§To whom correspondence should be addressed. E-mail: email@example.com.
© 2006 by The National Academy of Sciences of the USA
April 25, 2006 ?
vol. 103 ?
no. 17 ?
supporting information on the PNAS web site). RT-PCR by using
RNA extracted from WT (???), ?SET???, and ??? mouse
embryonic fibroblasts [MEFs; derived from 12.5 days postcoitum
(dpc) embryos] demonstrated that the ?SET allele was transcribed
at similar level than the WT allele (Fig. 1B). Immunofluorescence
studies on WT and ?SET ??? MEFs confirmed that the deletion
of the SET domain did not affect the level of expression or
distribution of the truncated MLL protein in the nucleus. Consis-
tent with previous studies (24), a punctuate pattern was observed
(Fig. 6B). The biochemical purification of MLL complex identified
multiple components, including the tumor suppressor Menin, an
Hox gene expression. This complex is highly similar to that of the
yeast and human SET1 complex (COMPASS) (9). Upon deletion
of the SET domain of MLL, the global levels of MLLCand
MLL-associated proteins WDR5 and Menin were not significantly
affected (Fig. 1C). Total protein extract were prepared from WT
and ?SET MEFs for Western blot analysis. MLLC, WDR5, and
Menin levels were assessed while Actin estimated the equivalence
by using an antibody directed against MLLNfurther demonstrated
that the SET domain truncated MLLCis still associated in a
complex with MLLNand Menin (Fig. 1D). Altogether these
analyses show that the loss of the SET domain of MLL does not
significantly alter the stability of the MLL complex.
Homeotic Transformations in ?SET Mice.ThreeMll-disruptionalleles
have been previously generated (10, 28, 29); all result in embryonic
lethality in homozygotes. In sharp contrast, in the ?SET mutant
mice, the mating of heterozygous mice yielded WT, heterozygous,
and homozygous offspring at the expected Mendelian ratios, indi-
cating no significant embryonic lethality. At birth, homozygotes
1.5 g (n ? 28) and 12.8 ? 0.5 g (n ? 35), for 3-week-old WT and
?SET mice, respectively].
Mice heterozygous for the Mll-lacZ allele displayed bidirectional
homeotic transformations of the axial skeleton and sternal malfor-
mations. These homeotic transformations were associated with a
posterior shift of the anterior boundaries of expression of several
3-week-old homozygous ?SET mutant skeletons showed defects in
the formation of the vertebral column (Fig. 2). Mutant mice
displayed an additional ossification center between sternebra 5 and
typical sternal malformations included uni- or bilateral fusions
between ribs (Fig. 2 C and D, arrows). The cervical region of the
?SET mutant mice was also affected; the atlas (C1) and the axis
whereas the anterior arch of the atlas (aaa) was often missing or
reduced in size (Fig. 2F, compare with WT, Fig. 2E). Moreover
C7 revealed by the presence of rudimentary ribs. These observa-
role of Mll in defining the proper identity of cells in the segments
along the anteroposterior axis. With the exception of the sternal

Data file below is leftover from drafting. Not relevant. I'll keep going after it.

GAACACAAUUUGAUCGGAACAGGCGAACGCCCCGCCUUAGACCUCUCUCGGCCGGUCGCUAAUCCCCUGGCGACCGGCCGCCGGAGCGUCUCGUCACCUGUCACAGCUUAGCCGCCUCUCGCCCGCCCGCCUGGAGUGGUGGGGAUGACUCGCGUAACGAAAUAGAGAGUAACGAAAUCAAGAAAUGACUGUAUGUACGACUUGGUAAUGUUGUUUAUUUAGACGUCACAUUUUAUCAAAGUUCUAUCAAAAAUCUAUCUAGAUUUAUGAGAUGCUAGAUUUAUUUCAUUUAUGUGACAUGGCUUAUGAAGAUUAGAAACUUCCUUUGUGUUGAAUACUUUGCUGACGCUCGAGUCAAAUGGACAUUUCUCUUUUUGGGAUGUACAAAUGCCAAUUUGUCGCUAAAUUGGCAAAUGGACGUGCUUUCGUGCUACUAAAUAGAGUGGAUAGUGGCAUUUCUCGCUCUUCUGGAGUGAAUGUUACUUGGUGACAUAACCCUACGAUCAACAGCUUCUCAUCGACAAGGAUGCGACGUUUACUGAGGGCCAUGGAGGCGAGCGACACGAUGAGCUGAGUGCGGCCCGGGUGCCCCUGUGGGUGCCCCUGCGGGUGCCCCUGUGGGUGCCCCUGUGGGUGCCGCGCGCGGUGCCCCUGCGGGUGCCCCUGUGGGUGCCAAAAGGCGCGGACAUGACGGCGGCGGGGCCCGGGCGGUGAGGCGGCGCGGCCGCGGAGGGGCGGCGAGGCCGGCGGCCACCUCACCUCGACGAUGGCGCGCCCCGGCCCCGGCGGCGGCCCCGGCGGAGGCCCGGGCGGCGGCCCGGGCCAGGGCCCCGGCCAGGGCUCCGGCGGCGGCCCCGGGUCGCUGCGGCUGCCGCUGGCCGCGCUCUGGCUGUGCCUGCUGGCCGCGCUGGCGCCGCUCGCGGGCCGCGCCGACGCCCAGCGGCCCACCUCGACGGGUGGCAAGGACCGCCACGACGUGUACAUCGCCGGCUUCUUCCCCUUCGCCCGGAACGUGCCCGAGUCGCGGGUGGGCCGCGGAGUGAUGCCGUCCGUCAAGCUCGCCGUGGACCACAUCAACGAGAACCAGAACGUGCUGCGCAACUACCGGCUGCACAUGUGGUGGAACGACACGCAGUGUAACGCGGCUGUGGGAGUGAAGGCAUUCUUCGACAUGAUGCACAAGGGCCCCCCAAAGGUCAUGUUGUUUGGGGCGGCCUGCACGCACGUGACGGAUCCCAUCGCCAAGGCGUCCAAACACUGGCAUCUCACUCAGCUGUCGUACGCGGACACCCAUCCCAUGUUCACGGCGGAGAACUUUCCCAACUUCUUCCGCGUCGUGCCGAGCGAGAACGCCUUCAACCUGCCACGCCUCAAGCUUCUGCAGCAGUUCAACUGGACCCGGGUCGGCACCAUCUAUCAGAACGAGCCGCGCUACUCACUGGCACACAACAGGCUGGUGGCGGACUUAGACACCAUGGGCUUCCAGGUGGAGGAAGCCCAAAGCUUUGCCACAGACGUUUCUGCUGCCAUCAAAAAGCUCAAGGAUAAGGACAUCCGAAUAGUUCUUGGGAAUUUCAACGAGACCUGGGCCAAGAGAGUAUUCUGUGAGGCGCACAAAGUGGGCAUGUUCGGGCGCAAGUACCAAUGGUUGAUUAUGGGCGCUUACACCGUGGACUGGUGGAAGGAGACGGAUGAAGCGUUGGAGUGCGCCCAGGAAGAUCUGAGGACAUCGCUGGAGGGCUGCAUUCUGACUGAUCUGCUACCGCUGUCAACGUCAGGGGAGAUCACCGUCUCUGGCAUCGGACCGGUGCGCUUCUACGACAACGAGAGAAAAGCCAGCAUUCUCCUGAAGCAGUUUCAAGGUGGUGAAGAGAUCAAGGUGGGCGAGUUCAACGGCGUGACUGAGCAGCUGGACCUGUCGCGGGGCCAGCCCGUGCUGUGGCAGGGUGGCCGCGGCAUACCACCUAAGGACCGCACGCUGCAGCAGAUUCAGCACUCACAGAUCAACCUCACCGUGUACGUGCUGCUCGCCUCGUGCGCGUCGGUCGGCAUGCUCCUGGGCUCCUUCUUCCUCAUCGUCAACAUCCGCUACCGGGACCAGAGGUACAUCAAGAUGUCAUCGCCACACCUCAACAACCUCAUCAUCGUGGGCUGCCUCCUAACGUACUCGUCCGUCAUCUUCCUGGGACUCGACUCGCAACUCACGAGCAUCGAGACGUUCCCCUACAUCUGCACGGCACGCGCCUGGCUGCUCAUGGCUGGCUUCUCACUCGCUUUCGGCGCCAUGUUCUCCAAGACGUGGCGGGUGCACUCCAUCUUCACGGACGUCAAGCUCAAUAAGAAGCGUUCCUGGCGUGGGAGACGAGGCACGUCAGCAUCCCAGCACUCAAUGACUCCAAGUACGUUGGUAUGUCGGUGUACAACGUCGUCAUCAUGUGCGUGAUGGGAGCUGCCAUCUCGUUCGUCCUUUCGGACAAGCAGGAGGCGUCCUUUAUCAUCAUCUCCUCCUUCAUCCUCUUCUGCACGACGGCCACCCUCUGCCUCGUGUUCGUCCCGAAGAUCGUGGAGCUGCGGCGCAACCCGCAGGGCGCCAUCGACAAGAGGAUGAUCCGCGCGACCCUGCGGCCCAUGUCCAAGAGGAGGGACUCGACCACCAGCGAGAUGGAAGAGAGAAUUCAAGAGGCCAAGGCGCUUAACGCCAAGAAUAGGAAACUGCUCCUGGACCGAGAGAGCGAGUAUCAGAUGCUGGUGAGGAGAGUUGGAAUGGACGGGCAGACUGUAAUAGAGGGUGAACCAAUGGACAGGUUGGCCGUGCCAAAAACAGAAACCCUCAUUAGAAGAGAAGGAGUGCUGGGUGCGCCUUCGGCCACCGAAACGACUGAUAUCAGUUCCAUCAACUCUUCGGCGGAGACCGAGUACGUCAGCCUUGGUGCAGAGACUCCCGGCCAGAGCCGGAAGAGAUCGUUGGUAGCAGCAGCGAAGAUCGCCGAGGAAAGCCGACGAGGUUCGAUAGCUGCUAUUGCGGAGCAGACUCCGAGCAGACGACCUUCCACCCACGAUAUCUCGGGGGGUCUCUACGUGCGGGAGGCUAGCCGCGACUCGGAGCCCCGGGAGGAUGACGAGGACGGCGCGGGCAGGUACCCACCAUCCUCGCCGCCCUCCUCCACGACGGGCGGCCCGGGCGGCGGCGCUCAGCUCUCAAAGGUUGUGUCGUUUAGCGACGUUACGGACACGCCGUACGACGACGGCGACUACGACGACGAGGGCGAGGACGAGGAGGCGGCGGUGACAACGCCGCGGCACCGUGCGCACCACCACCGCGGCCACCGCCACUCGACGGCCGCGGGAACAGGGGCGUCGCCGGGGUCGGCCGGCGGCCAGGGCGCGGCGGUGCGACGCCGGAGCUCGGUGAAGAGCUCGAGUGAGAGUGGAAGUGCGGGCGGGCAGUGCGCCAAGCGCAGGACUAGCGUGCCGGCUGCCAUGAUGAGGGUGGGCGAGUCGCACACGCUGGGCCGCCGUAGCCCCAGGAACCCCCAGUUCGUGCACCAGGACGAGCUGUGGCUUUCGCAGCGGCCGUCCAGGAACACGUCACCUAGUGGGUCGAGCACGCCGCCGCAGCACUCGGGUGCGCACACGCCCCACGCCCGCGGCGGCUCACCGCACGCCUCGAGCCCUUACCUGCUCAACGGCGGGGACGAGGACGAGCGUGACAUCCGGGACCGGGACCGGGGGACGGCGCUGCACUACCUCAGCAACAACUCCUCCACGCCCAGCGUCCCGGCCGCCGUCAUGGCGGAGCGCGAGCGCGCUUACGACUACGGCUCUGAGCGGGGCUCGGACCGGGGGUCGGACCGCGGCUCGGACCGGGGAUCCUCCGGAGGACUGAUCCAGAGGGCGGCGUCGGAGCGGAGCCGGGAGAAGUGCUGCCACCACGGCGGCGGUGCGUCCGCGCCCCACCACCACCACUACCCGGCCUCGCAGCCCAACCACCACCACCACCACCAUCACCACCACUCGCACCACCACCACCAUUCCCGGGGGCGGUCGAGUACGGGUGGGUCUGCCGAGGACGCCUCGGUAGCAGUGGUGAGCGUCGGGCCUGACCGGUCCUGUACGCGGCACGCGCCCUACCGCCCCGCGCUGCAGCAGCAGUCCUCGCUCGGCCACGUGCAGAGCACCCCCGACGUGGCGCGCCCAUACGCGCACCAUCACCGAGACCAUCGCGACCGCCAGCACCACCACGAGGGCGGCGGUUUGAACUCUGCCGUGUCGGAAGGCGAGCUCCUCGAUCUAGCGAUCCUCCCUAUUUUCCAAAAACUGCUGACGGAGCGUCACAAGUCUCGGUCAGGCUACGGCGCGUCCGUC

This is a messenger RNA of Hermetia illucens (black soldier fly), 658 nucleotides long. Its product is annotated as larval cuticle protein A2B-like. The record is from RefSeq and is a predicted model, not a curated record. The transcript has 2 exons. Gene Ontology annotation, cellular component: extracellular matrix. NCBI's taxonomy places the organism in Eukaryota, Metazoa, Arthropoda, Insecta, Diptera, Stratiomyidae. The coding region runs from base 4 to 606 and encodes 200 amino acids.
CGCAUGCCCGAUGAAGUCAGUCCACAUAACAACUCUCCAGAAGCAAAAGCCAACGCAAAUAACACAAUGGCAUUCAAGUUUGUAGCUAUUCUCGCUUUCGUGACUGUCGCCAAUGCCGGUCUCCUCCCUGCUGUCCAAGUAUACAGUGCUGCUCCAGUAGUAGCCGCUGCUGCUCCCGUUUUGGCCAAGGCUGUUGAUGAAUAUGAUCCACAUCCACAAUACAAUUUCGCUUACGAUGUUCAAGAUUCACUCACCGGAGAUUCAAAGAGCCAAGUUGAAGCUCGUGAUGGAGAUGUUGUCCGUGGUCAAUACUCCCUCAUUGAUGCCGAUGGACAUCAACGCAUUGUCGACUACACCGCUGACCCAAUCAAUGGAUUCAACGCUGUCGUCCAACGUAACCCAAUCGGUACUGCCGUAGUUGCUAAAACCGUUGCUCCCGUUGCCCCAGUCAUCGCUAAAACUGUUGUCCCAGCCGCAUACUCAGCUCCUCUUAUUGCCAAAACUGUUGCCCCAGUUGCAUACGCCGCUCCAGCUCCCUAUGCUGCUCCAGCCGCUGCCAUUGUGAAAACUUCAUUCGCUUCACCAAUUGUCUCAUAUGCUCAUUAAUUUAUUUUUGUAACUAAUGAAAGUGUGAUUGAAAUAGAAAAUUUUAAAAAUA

with homology arms, LoxP sites (triangles) flanking the neomycin resistance
cassette. Partial restriction map of the Mll locus (A, ApaI; B, BamHI; H, HindIII)
is shown before and after targeted replacement of the SET domain encoding
region by the neomycin resistance cassette. Southern strategy to detect
homologous recombination (BamHI digestion and ‘‘ext5’’ probe) and CRE
deletion of the neomycin resistance cassette (HindIII digestion and ‘‘int3’’
probe) is indicated. RT-PCR primers encompassing the SET domain region are
indicated by arrows. (B) The expression of the WT and MLL SET truncated
alleles was evaluated by RT-PCR analysis in embryonic fibroblasts generated
the WT and truncated alleles. Equivalent loading of RNA was controlled by
using GAPDH primers. (C) Western blot analysis of selected MLL-associated
factors: MLLc, Menin, and WDR5 in WT and MLL?SET MEFs. Molecular sizes of
marker proteins are shown on the right. (D) Coimmunoprecipitation of MLL
were subjected to immunoprecipitation (IP) by using an antibody specific for
MLLN. The immunoprecipitates were fractionated in SDS?PAGE and immuno-
blotted with the antibodies indicated to the left of the panels (anti-MLLCand
mutant mice (B–D and F). Typical sternal abnormalities were detected in mutant mice. The additional ossification center is indicated by an arrow in B. Two
different fusions between ribs are shown (C and D, indicated by arrows). Lateral view of the cervical region of a WT (E) and ?SET mouse (F) is shown. ?SET mice
present bone abnormalities in the cervical region. The C2 vertebra is broadened (C2*). The anterior arch of the atlas is severely reduced (aaa*). C6 (black arrow)
show posterior transformation to C7.
Skeletal abnormalities in ?SET mice. Views are shown of the thoracic (A–D) and cervical (E and F) regions of cleared skeletons of WT (A and E) and ?SET
www.pnas.org?cgi?doi?10.1073?pnas.0507425103Terranova et al.
malformations, the defects are specific for the ?SET allele, sug-
gesting that several domains of MLL are involved in establishing a
proper segment identity in mice.
Hox Gene Expression Defects in ?SET Mutant Embryos. Regulationof